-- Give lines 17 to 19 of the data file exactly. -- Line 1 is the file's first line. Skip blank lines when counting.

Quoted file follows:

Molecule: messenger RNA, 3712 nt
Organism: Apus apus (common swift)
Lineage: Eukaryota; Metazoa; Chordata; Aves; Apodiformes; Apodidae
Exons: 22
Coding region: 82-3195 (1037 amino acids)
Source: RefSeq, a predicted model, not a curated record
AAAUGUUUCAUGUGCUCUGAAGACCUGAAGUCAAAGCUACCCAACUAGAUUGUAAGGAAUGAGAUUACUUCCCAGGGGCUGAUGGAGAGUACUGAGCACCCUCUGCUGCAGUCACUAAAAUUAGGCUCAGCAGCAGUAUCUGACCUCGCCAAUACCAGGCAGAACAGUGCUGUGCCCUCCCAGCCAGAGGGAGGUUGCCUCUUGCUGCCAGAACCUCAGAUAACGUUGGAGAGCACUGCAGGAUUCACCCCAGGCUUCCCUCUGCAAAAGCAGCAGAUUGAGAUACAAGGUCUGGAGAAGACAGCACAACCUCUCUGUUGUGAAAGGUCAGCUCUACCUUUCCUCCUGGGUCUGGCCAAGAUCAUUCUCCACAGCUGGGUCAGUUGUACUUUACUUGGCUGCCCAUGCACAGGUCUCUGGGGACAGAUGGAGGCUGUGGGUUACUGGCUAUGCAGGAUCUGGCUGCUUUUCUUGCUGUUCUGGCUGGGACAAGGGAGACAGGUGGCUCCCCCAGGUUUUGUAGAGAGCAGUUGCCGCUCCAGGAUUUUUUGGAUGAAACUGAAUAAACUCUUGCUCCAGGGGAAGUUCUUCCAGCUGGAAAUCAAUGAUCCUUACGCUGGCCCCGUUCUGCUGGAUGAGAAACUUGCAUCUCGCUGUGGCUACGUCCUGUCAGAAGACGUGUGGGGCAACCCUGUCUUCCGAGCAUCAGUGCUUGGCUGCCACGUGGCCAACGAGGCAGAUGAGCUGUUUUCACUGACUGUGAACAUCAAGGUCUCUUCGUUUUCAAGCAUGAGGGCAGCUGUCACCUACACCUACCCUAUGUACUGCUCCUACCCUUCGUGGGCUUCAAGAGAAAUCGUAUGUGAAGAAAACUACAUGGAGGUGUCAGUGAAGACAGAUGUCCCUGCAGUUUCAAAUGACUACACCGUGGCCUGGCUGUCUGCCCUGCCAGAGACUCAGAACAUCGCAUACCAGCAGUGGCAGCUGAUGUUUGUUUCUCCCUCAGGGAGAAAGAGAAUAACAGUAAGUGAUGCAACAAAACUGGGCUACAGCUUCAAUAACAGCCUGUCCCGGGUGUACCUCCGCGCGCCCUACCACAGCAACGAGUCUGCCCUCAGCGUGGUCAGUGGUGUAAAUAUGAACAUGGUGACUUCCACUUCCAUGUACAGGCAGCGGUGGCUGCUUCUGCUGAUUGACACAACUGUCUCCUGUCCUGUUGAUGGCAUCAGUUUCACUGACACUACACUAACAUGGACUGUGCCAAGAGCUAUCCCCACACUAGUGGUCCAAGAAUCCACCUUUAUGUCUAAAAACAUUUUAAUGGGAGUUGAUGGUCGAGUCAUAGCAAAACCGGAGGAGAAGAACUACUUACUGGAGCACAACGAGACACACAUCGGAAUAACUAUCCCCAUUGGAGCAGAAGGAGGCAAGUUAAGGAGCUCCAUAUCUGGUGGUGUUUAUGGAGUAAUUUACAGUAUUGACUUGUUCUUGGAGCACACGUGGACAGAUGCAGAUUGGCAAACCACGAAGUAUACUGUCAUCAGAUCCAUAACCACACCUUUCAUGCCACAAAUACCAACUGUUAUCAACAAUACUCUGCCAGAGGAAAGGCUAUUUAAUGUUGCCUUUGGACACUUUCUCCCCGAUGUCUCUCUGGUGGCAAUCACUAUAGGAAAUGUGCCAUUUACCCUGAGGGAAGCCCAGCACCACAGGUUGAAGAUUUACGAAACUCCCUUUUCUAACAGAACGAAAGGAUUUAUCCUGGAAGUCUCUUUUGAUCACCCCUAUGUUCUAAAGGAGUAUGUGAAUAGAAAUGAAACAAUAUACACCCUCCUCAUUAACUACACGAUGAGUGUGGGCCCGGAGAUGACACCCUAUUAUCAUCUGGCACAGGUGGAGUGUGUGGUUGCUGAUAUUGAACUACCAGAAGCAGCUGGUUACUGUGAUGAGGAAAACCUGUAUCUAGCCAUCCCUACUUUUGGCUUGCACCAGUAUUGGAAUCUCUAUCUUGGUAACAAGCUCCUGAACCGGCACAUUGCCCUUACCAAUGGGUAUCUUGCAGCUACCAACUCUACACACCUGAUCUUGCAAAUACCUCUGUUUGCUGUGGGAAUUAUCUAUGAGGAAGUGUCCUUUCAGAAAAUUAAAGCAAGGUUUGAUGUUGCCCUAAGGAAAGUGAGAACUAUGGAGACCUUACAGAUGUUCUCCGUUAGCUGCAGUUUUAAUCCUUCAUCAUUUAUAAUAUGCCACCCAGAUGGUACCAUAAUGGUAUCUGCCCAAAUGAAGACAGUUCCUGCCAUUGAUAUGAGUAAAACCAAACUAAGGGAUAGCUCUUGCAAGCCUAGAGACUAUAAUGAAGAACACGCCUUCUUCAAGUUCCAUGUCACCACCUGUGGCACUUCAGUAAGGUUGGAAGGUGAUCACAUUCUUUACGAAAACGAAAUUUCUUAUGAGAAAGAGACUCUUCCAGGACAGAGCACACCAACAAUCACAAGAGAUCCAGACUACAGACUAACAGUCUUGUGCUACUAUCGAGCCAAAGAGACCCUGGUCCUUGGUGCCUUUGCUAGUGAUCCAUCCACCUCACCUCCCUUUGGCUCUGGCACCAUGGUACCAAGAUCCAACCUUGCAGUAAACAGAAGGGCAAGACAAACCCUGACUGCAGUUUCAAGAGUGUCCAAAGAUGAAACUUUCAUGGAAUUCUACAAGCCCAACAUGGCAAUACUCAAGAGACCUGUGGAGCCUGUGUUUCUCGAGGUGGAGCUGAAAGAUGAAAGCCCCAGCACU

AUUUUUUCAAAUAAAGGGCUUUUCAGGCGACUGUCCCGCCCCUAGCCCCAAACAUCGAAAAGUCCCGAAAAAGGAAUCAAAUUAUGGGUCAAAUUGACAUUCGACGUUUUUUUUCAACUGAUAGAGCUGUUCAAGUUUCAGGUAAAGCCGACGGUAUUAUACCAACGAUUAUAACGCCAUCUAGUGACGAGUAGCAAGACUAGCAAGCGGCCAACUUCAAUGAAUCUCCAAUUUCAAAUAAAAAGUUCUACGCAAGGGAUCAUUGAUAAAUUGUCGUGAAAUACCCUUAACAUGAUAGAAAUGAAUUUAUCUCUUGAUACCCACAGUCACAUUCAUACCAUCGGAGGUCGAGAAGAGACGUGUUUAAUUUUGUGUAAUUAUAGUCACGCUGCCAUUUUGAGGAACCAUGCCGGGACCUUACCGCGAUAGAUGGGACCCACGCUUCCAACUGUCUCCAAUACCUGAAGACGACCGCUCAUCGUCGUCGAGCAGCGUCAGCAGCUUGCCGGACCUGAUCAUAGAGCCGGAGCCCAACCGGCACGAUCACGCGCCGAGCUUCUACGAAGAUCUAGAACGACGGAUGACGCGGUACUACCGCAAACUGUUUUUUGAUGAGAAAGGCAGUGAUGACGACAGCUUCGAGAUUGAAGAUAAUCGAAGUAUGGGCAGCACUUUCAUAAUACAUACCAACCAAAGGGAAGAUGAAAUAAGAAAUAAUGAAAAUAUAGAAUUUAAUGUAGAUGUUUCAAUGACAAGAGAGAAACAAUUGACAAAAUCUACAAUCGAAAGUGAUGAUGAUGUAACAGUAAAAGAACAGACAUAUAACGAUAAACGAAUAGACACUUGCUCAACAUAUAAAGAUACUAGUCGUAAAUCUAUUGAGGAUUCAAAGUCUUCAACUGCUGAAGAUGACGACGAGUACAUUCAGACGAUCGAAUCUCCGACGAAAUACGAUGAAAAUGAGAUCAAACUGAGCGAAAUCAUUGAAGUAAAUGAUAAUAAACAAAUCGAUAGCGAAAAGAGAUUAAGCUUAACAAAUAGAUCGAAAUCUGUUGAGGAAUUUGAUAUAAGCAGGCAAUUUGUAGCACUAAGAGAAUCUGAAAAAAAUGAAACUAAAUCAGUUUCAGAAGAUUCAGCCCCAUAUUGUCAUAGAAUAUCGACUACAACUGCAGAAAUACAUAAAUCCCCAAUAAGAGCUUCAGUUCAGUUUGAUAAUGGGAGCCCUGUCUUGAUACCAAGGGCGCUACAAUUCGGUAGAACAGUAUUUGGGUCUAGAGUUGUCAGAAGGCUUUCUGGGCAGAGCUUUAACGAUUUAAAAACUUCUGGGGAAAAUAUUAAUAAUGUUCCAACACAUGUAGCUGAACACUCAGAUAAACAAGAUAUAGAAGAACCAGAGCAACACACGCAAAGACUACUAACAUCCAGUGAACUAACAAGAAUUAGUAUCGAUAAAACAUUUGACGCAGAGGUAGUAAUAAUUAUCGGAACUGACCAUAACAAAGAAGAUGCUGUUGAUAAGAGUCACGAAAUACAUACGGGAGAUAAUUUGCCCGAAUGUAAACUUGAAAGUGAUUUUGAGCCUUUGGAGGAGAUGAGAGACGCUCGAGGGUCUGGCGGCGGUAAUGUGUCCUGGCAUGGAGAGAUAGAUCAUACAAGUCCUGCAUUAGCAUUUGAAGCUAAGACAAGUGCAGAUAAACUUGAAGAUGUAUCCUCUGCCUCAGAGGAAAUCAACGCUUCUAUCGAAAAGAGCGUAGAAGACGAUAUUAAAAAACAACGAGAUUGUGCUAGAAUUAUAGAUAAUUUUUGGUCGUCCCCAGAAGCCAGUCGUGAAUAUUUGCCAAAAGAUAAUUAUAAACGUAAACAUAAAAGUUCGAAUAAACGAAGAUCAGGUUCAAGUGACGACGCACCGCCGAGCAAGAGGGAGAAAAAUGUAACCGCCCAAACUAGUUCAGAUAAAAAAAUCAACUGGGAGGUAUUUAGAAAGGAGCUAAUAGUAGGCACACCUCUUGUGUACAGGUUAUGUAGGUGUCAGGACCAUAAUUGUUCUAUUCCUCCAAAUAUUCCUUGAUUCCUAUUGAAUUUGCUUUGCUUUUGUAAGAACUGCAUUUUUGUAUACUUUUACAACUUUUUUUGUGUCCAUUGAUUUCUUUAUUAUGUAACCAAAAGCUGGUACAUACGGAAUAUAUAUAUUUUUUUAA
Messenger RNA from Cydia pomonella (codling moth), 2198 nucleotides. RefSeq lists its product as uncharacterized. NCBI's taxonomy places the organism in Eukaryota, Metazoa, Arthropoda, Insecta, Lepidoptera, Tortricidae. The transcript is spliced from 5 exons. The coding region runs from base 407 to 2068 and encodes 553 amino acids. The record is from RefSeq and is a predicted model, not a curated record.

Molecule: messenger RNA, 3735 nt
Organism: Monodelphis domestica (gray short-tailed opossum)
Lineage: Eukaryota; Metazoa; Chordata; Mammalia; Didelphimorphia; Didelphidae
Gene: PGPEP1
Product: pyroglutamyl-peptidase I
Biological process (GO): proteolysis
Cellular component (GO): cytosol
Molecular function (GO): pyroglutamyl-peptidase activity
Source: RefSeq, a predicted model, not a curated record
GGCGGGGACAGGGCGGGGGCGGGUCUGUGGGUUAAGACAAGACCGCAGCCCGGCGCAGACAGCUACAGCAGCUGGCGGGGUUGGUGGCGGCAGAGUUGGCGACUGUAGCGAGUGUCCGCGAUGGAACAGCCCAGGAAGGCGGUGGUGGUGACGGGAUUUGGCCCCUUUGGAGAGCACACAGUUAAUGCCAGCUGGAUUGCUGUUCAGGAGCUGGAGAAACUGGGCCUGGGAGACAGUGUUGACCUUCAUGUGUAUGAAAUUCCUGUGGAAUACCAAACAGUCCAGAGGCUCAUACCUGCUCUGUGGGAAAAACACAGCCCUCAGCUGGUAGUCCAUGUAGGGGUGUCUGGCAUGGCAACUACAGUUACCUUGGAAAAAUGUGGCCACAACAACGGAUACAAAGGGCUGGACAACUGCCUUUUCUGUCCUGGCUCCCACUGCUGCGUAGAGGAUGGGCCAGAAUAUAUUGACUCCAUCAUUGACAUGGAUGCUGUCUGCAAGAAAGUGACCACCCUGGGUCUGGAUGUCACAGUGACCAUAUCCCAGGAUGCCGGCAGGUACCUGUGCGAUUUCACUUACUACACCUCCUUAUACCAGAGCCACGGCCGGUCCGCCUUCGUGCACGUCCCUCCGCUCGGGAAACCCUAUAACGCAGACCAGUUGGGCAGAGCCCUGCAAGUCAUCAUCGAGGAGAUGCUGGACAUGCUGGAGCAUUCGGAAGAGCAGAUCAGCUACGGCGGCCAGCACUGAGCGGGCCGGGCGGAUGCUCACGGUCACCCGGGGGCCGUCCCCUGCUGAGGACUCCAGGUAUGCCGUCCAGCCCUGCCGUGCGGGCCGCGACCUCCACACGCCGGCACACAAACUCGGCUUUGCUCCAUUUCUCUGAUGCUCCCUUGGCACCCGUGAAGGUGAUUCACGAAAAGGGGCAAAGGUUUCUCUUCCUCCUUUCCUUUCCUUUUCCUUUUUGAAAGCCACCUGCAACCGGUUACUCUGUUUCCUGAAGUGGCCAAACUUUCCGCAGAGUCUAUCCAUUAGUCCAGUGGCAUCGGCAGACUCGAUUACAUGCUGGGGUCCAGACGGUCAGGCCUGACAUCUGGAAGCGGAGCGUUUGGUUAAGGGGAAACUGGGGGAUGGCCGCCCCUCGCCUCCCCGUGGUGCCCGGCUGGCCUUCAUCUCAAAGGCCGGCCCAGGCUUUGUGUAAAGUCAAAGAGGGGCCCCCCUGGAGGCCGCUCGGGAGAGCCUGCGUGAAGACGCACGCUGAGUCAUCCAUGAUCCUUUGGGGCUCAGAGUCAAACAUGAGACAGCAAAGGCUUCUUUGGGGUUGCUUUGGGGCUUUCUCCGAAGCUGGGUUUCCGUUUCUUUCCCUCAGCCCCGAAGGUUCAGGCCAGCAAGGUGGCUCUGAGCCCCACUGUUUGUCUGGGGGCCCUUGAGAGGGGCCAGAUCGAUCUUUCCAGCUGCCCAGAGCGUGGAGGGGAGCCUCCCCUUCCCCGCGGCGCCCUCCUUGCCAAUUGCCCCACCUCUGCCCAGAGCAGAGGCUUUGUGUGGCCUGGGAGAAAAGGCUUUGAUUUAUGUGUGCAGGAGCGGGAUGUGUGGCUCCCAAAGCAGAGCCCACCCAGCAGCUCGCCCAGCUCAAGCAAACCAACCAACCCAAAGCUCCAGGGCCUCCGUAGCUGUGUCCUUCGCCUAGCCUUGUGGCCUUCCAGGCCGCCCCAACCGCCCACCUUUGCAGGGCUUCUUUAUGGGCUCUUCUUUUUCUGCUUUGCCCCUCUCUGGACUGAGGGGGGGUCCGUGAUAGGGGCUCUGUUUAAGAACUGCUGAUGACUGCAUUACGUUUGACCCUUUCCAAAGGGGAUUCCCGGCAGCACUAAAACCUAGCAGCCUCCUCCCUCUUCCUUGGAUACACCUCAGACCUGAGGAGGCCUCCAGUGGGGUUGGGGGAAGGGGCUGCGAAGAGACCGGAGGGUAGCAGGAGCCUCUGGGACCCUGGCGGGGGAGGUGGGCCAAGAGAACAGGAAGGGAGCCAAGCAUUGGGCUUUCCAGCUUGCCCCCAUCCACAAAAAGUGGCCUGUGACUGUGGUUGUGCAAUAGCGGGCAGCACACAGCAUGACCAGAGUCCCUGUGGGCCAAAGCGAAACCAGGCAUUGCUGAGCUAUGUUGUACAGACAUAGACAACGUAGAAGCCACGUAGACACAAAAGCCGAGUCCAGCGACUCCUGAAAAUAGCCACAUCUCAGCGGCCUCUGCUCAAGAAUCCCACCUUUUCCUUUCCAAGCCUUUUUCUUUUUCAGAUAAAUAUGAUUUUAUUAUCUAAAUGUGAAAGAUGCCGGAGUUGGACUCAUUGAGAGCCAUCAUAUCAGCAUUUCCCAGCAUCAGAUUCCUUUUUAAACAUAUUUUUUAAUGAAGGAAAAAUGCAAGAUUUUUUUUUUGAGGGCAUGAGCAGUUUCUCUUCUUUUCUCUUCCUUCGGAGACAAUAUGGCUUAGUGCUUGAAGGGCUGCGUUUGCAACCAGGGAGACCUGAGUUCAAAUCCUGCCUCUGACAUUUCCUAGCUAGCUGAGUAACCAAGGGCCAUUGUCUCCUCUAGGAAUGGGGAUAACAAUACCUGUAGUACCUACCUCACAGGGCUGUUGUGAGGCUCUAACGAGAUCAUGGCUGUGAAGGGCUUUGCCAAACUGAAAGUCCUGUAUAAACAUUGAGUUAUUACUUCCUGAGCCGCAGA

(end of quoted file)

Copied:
Molecular function (GO): pyroglutamyl-peptidase activity
Source: RefSeq, a predicted model, not a curated record
GGCGGGGACAGGGCGGGGGCGGGUCUGUGGGUUAAGACAAGACCGCAGCCCGGCGCAGACAGCUACAGCAGCUGGCGGGGUUGGUGGCGGCAGAGUUGGCGACUGUAGCGAGUGUCCGCGAUGGAACAGCCCAGGAAGGCGGUGGUGGUGACGGGAUUUGGCCCCUUUGGAGAGCACACAGUUAAUGCCAGCUGGAUUGCUGUUCAGGAGCUGGAGAAACUGGGCCUGGGAGACAGUGUUGACCUUCAUGUGUAUGAAAUUCCUGUGGAAUACCAAACAGUCCAGAGGCUCAUACCUGCUCUGUGGGAAAAACACAGCCCUCAGCUGGUAGUCCAUGUAGGGGUGUCUGGCAUGGCAACUACAGUUACCUUGGAAAAAUGUGGCCACAACAACGGAUACAAAGGGCUGGACAACUGCCUUUUCUGUCCUGGCUCCCACUGCUGCGUAGAGGAUGGGCCAGAAUAUAUUGACUCCAUCAUUGACAUGGAUGCUGUCUGCAAGAAAGUGACCACCCUGGGUCUGGAUGUCACAGUGACCAUAUCCCAGGAUGCCGGCAGGUACCUGUGCGAUUUCACUUACUACACCUCCUUAUACCAGAGCCACGGCCGGUCCGCCUUCGUGCACGUCCCUCCGCUCGGGAAACCCUAUAACGCAGACCAGUUGGGCAGAGCCCUGCAAGUCAUCAUCGAGGAGAUGCUGGACAUGCUGGAGCAUUCGGAAGAGCAGAUCAGCUACGGCGGCCAGCACUGAGCGGGCCGGGCGGAUGCUCACGGUCACCCGGGGGCCGUCCCCUGCUGAGGACUCCAGGUAUGCCGUCCAGCCCUGCCGUGCGGGCCGCGACCUCCACACGCCGGCACACAAACUCGGCUUUGCUCCAUUUCUCUGAUGCUCCCUUGGCACCCGUGAAGGUGAUUCACGAAAAGGGGCAAAGGUUUCUCUUCCUCCUUUCCUUUCCUUUUCCUUUUUGAAAGCCACCUGCAACCGGUUACUCUGUUUCCUGAAGUGGCCAAACUUUCCGCAGAGUCUAUCCAUUAGUCCAGUGGCAUCGGCAGACUCGAUUACAUGCUGGGGUCCAGACGGUCAGGCCUGACAUCUGGAAGCGGAGCGUUUGGUUAAGGGGAAACUGGGGGAUGGCCGCCCCUCGCCUCCCCGUGGUGCCCGGCUGGCCUUCAUCUCAAAGGCCGGCCCAGGCUUUGUGUAAAGUCAAAGAGGGGCCCCCCUGGAGGCCGCUCGGGAGAGCCUGCGUGAAGACGCACGCUGAGUCAUCCAUGAUCCUUUGGGGCUCAGAGUCAAACAUGAGACAGCAAAGGCUUCUUUGGGGUUGCUUUGGGGCUUUCUCCGAAGCUGGGUUUCCGUUUCUUUCCCUCAGCCCCGAAGGUUCAGGCCAGCAAGGUGGCUCUGAGCCCCACUGUUUGUCUGGGGGCCCUUGAGAGGGGCCAGAUCGAUCUUUCCAGCUGCCCAGAGCGUGGAGGGGAGCCUCCCCUUCCCCGCGGCGCCCUCCUUGCCAAUUGCCCCACCUCUGCCCAGAGCAGAGGCUUUGUGUGGCCUGGGAGAAAAGGCUUUGAUUUAUGUGUGCAGGAGCGGGAUGUGUGGCUCCCAAAGCAGAGCCCACCCAGCAGCUCGCCCAGCUCAAGCAAACCAACCAACCCAAAGCUCCAGGGCCUCCGUAGCUGUGUCCUUCGCCUAGCCUUGUGGCCUUCCAGGCCGCCCCAACCGCCCACCUUUGCAGGGCUUCUUUAUGGGCUCUUCUUUUUCUGCUUUGCCCCUCUCUGGACUGAGGGGGGGUCCGUGAUAGGGGCUCUGUUUAAGAACUGCUGAUGACUGCAUUACGUUUGACCCUUUCCAAAGGGGAUUCCCGGCAGCACUAAAACCUAGCAGCCUCCUCCCUCUUCCUUGGAUACACCUCAGACCUGAGGAGGCCUCCAGUGGGGUUGGGGGAAGGGGCUGCGAAGAGACCGGAGGGUAGCAGGAGCCUCUGGGACCCUGGCGGGGGAGGUGGGCCAAGAGAACAGGAAGGGAGCCAAGCAUUGGGCUUUCCAGCUUGCCCCCAUCCACAAAAAGUGGCCUGUGACUGUGGUUGUGCAAUAGCGGGCAGCACACAGCAUGACCAGAGUCCCUGUGGGCCAAAGCGAAACCAGGCAUUGCUGAGCUAUGUUGUACAGACAUAGACAACGUAGAAGCCACGUAGACACAAAAGCCGAGUCCAGCGACUCCUGAAAAUAGCCACAUCUCAGCGGCCUCUGCUCAAGAAUCCCACCUUUUCCUUUCCAAGCCUUUUUCUUUUUCAGAUAAAUAUGAUUUUAUUAUCUAAAUGUGAAAGAUGCCGGAGUUGGACUCAUUGAGAGCCAUCAUAUCAGCAUUUCCCAGCAUCAGAUUCCUUUUUAAACAUAUUUUUUAAUGAAGGAAAAAUGCAAGAUUUUUUUUUUGAGGGCAUGAGCAGUUUCUCUUCUUUUCUCUUCCUUCGGAGACAAUAUGGCUUAGUGCUUGAAGGGCUGCGUUUGCAACCAGGGAGACCUGAGUUCAAAUCCUGCCUCUGACAUUUCCUAGCUAGCUGAGUAACCAAGGGCCAUUGUCUCCUCUAGGAAUGGGGAUAACAAUACCUGUAGUACCUACCUCACAGGGCUGUUGUGAGGCUCUAACGAGAUCAUGGCUGUGAAGGGCUUUGCCAAACUGAAAGUCCUGUAUAAACAUUGAGUUAUUACUUCCUGAGCCGCAGA